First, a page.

Irish Taoiseach (prime minister) Brian Cowen has re-confirmed that the ‘guarantees’ promised by EU leaders at the December summit “must be legally robust in order to reassure the public about the treaty”. He said: “Whilst I respect the fact that other member states do not wish to re-ratify the Lisbon Treaty, I made it clear that for my part the legal guarantees will have to be attached to the EU treaties at the next possible opportunity.”
Denmark’s guarantees and opt-outs, promised after the first referendum on the Maastricht Treaty in 1992, were only legally implemented by the Amsterdam Treaty. But Croatia is expected to join the EU in 2010-11 and the idea is to add a protocol to the Treaty of Accession.
The question arises, however, whether it is legally possible to
add to an accession treaty an Irish-specific protocol containing such legal guarantees, or whether only issues pertaining to a state’s accession may be dealt with. “Adding this protocol to the Croatian accession treaty would leave the treaty wide open to attack in the courts.” says Andrew Duff MEP.
If an accession treaty is not used, the legal implementation would have to await a new EU treaty to be drawn up and ratified. The ‘Irish Protocol’ could, of course, be ratified by the Member States at the same time as, but separate from, the Croatian Treaty of Accession. In either case, ratification is not guaranteed.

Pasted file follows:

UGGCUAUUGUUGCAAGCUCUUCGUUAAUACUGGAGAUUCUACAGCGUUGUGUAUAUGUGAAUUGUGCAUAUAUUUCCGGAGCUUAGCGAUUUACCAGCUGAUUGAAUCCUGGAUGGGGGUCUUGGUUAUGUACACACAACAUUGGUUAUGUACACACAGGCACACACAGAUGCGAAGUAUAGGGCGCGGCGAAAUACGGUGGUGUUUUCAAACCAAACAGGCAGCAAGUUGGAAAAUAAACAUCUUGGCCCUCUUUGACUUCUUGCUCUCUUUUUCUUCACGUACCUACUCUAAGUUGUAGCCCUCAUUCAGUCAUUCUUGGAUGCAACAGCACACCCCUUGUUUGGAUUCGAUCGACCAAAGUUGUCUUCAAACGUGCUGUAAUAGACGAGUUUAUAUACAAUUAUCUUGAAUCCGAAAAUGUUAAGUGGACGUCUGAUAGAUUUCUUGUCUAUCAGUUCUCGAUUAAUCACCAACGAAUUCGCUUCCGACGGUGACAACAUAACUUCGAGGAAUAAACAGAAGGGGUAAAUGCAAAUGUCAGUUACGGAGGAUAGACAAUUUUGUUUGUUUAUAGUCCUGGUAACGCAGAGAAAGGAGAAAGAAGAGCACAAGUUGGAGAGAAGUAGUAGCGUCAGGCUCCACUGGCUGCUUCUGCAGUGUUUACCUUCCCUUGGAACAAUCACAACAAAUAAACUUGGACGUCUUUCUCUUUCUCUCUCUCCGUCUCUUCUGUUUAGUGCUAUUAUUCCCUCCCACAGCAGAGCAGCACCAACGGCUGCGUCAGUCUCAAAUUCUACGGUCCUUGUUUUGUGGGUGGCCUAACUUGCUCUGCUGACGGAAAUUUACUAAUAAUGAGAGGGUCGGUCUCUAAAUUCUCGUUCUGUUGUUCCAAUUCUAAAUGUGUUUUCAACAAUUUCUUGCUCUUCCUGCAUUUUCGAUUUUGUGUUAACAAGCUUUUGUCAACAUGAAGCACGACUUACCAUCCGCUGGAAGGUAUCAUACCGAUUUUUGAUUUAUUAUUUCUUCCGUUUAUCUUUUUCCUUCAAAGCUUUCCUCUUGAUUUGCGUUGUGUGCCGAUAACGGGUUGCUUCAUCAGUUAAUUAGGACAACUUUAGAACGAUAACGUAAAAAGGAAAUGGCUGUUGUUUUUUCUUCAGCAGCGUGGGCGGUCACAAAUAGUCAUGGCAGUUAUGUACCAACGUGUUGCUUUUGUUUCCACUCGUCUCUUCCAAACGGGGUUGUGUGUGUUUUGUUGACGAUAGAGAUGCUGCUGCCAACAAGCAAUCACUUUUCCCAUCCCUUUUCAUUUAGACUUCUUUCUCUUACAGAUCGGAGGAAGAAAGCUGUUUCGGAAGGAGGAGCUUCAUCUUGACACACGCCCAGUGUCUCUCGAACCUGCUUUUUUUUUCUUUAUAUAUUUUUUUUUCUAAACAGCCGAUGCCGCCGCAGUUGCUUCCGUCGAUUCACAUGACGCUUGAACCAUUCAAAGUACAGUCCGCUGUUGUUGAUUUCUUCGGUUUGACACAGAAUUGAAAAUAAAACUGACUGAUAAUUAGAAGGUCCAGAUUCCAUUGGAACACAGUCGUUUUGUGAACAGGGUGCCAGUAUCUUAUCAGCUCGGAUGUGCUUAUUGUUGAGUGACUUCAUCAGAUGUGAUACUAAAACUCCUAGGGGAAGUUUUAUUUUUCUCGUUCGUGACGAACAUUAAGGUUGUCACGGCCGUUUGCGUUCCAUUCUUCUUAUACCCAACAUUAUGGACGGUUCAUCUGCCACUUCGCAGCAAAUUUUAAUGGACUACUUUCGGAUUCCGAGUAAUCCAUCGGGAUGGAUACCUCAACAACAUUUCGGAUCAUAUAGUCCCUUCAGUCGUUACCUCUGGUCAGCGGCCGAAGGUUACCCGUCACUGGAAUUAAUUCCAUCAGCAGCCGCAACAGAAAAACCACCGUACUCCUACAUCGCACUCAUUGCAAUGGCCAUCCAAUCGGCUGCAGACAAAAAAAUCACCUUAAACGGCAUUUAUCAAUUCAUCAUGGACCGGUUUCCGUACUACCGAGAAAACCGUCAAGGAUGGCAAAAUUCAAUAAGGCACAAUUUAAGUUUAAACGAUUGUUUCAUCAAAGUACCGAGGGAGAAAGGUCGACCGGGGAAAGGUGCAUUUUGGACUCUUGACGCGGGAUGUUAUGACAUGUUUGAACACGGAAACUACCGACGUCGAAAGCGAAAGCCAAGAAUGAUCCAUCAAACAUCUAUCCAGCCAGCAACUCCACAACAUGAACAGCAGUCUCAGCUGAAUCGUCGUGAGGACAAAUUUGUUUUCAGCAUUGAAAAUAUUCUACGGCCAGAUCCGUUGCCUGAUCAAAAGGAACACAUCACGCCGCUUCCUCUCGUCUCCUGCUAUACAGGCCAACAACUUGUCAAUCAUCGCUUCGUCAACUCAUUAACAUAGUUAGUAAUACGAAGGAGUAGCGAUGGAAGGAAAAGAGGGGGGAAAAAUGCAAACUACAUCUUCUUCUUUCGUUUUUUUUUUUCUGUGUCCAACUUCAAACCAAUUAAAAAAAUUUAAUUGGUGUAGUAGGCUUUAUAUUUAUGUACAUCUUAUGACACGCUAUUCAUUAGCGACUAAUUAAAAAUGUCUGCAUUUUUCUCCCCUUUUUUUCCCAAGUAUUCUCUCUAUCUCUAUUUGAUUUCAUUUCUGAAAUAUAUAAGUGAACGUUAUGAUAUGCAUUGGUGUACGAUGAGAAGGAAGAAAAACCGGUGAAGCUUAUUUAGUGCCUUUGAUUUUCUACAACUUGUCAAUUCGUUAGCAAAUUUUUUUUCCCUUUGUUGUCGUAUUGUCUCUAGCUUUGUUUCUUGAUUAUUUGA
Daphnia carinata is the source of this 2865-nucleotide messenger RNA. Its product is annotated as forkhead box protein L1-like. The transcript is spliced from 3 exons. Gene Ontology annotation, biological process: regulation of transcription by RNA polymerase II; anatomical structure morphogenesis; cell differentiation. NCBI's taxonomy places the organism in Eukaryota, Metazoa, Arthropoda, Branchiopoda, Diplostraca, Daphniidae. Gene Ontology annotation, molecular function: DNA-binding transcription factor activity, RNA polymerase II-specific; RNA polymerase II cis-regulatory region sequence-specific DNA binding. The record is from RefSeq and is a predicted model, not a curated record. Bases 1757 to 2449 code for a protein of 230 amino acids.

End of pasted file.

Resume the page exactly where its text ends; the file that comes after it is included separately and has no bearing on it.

A final decision on how to structure the guarantees is supposed to be taken at the June EU summit.
The objection raised is fascinating for lawyers but may not have any political or practical relevance. The procedure adopted by the institutions and Member States can only be invalid if (a) a case is brought before the European Court of Justice (ECJ) and (b) the Court strikes down the procedure.
There are precedents of the institutions and the Member States living with legally unsatisfactory situations. Provisions of the original treaties – notably those relating to qualified majority voting – were not implemented, not least, but not entirely, because of the Luxembourg Compromise. In some cases, they were re-enacted in the Single European Act, as if they were new. Despite extensive criticism on legal grounds the issue was never tested.
And this is what is most likely to happen with the Irish protocol. There is unlikely to be anyone with locus standi who would challenge in the ECJ non-compliance with Community law.
Even were someone with locus standi willing to bring a case, it is unlikely that the ECJ would strike the provisions down.Author : Stanley Crossick